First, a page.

Nike, ambassador of contemporary Nigerian art

Recycled material reigns supreme in Nike’s modern art galleries in Lagos and Abuja. It brings together, on crowded walls, sculptures, textiles, jewellery, amulets and paintings that lay claim to another Nigeria.

It’s not easy to keep up with Nike Okundaye, founder of the Nike Art Gallery art centres in Lagos, Abuja, Òsogbo and Ogídi-Ìjúmi. Known as Mama Nike, she arrives with her four daughters in a very small van decorated with striking colours and photographs. As you enter the gallery in Lagos, you are welcomed by animal sculptures inspired by real creatures and others from the artists’ imagination. They share the space with signs announcing workshops, cultural activities and city tours in which Nike’s seemingly inexhaustible energy takes centre stage.

Smiling, welcoming and overwhelming, Nike quickly takes several questions from an interviewer that she barely has time to answer. As she affectionately greets the employees and artists in training, she heads towards the large door leading to a multi-storey gallery whose centre is occupied by panels that share the available space.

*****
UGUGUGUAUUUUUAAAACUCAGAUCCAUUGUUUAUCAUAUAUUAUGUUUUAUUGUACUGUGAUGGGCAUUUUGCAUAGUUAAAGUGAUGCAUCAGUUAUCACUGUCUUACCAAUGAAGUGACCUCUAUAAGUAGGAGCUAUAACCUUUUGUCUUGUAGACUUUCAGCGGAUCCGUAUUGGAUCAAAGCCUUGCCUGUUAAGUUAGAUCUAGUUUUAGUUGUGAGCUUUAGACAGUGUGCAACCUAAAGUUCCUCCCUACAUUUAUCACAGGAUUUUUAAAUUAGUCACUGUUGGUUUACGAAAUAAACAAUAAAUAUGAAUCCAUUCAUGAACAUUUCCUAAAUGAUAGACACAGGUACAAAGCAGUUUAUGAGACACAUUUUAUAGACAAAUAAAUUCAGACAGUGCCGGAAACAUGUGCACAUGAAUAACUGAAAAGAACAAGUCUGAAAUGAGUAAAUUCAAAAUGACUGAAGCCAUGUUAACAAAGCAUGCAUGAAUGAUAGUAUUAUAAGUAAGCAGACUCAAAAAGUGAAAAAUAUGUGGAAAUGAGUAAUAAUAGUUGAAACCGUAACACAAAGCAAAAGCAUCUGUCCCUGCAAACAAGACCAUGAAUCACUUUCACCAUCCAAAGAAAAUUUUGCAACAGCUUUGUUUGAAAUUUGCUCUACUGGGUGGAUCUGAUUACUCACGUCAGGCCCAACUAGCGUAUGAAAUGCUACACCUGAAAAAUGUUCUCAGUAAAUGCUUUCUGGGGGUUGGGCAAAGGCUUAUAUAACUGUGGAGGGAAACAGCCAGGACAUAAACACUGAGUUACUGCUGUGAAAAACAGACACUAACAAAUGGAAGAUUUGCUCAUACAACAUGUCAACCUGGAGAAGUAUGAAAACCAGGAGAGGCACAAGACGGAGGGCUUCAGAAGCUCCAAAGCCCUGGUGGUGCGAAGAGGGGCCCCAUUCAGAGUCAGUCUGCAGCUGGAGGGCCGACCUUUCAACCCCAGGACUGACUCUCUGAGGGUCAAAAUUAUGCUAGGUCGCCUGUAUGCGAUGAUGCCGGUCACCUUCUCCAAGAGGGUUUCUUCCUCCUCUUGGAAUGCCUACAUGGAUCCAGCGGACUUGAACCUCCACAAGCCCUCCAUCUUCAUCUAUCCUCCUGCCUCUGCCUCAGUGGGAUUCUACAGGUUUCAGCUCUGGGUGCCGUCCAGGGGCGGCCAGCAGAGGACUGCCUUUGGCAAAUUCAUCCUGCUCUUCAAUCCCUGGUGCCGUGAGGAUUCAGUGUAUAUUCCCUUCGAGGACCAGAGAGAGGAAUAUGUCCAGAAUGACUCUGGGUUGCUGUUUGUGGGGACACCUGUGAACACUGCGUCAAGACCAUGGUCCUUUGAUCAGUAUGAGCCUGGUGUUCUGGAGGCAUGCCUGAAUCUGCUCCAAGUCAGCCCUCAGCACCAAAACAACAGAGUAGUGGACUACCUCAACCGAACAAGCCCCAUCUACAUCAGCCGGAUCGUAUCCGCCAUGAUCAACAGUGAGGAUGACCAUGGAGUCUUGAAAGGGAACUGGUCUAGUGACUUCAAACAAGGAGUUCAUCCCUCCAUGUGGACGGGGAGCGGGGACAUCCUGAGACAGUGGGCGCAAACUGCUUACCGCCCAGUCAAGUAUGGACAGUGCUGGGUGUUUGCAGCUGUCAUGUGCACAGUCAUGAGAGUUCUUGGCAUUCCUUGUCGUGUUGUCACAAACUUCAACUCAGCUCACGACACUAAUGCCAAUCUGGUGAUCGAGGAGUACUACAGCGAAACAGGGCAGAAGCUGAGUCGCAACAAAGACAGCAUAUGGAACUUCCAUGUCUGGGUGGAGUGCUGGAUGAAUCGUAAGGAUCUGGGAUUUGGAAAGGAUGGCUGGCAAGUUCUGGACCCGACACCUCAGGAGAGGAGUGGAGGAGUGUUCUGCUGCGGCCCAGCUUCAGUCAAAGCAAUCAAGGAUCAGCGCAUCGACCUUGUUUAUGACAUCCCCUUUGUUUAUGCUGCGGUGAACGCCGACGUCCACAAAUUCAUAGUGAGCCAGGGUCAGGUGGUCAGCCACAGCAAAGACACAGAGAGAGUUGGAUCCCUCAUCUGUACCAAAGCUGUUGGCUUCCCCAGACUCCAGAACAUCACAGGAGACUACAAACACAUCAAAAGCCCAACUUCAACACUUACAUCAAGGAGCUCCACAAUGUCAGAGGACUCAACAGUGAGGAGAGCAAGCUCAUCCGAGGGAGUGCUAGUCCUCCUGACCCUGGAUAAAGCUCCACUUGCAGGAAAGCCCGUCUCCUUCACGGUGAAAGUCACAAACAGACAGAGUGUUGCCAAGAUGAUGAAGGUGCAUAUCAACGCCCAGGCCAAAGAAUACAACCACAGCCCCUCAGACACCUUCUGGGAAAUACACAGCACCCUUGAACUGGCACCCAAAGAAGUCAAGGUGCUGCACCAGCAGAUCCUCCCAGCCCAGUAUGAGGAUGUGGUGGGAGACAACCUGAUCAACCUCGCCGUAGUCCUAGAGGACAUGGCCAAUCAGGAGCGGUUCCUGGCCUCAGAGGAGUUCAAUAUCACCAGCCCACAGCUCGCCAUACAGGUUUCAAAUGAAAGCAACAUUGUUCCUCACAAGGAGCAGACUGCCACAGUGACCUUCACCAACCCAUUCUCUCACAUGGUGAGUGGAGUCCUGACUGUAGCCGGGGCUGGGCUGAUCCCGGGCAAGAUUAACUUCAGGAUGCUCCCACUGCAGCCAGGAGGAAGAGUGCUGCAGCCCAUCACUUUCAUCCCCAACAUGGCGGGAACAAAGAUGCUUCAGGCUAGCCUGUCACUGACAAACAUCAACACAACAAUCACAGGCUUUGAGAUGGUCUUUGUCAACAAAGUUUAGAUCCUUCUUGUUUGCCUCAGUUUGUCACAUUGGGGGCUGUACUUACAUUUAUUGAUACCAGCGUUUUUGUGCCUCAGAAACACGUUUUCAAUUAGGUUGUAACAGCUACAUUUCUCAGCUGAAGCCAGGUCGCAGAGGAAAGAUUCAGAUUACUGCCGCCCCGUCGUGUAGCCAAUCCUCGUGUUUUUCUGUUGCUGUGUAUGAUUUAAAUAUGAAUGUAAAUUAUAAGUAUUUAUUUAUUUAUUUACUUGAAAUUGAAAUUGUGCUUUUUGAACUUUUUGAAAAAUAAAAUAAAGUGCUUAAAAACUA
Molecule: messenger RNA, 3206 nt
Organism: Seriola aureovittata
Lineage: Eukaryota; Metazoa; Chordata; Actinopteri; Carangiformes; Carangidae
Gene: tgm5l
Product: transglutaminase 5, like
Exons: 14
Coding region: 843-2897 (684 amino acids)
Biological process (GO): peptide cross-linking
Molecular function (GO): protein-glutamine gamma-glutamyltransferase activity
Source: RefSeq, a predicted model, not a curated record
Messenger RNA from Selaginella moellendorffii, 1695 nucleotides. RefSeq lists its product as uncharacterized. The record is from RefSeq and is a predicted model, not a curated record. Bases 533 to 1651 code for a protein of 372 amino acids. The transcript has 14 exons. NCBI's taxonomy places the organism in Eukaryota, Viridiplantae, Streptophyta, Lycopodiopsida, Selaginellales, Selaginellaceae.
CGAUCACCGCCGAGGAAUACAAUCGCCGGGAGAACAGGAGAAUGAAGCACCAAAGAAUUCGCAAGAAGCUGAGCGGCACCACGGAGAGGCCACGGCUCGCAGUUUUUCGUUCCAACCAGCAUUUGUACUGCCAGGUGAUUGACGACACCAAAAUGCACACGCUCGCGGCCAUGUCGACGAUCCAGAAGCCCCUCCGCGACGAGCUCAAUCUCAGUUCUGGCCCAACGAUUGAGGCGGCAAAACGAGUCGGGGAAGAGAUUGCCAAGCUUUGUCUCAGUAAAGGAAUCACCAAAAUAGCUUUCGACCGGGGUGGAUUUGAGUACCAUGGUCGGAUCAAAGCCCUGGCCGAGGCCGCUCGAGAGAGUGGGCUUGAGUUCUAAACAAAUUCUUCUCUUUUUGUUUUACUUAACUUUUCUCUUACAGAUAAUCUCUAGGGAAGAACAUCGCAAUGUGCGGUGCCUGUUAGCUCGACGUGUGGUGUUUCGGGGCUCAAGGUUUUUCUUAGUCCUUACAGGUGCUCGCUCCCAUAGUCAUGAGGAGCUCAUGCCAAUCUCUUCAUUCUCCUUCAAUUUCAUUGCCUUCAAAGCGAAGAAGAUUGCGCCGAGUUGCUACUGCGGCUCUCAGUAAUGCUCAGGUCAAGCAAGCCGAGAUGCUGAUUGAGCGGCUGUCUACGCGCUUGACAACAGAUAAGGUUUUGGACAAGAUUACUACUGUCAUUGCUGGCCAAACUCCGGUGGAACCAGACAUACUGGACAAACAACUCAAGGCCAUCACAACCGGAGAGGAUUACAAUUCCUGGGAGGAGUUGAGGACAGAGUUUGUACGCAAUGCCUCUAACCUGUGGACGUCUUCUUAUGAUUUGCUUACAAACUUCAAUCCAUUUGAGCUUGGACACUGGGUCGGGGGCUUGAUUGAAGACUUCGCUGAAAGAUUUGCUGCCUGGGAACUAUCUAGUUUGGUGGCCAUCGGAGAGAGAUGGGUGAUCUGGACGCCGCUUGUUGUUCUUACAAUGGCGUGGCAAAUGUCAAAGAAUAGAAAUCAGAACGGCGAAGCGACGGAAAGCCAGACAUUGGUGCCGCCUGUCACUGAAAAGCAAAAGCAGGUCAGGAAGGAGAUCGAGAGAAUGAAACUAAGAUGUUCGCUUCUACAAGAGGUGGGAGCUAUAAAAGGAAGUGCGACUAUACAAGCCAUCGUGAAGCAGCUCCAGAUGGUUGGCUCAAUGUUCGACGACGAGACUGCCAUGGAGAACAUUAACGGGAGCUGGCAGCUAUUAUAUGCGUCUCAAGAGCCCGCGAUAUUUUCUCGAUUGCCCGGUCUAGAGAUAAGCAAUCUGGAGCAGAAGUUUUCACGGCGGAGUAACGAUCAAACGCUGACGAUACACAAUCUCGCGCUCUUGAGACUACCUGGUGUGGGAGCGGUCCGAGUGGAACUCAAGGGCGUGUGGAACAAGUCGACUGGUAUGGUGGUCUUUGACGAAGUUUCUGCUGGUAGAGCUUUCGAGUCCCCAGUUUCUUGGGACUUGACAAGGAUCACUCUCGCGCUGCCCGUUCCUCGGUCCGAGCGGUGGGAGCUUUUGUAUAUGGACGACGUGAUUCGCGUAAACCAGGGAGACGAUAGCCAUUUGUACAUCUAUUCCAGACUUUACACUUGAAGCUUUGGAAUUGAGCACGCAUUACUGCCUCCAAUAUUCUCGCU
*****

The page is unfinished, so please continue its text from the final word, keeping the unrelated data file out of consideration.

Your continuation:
The walls are covered with paintings. The floor is also a space covered with contemporary art pieces that occupy enormous tables on which piles of drawings must be unpacked in order to appreciate them. “From rubbish to treasure, from waste to wealth”, is how Nike defines her works, made largely with recycled materials, a technique in which the African continent is a true master.

“We use wax to make large jewels, even animal remains that speak of Nigerian tradition, or wood to make other traditional jewels that can be used to decorate the wall, for those who prefer not to hang up paintings,” Nike continues. She stops just long enough to show what she is explaining, but without lingering too much, aware of the enormous work she has managed to concentrate on in the gallery. Her aim is to cover as much as possible and offers her personal attention to each artist, telling how they arrived at that point in their creation, their maturation process and the meaning of shapes and colours.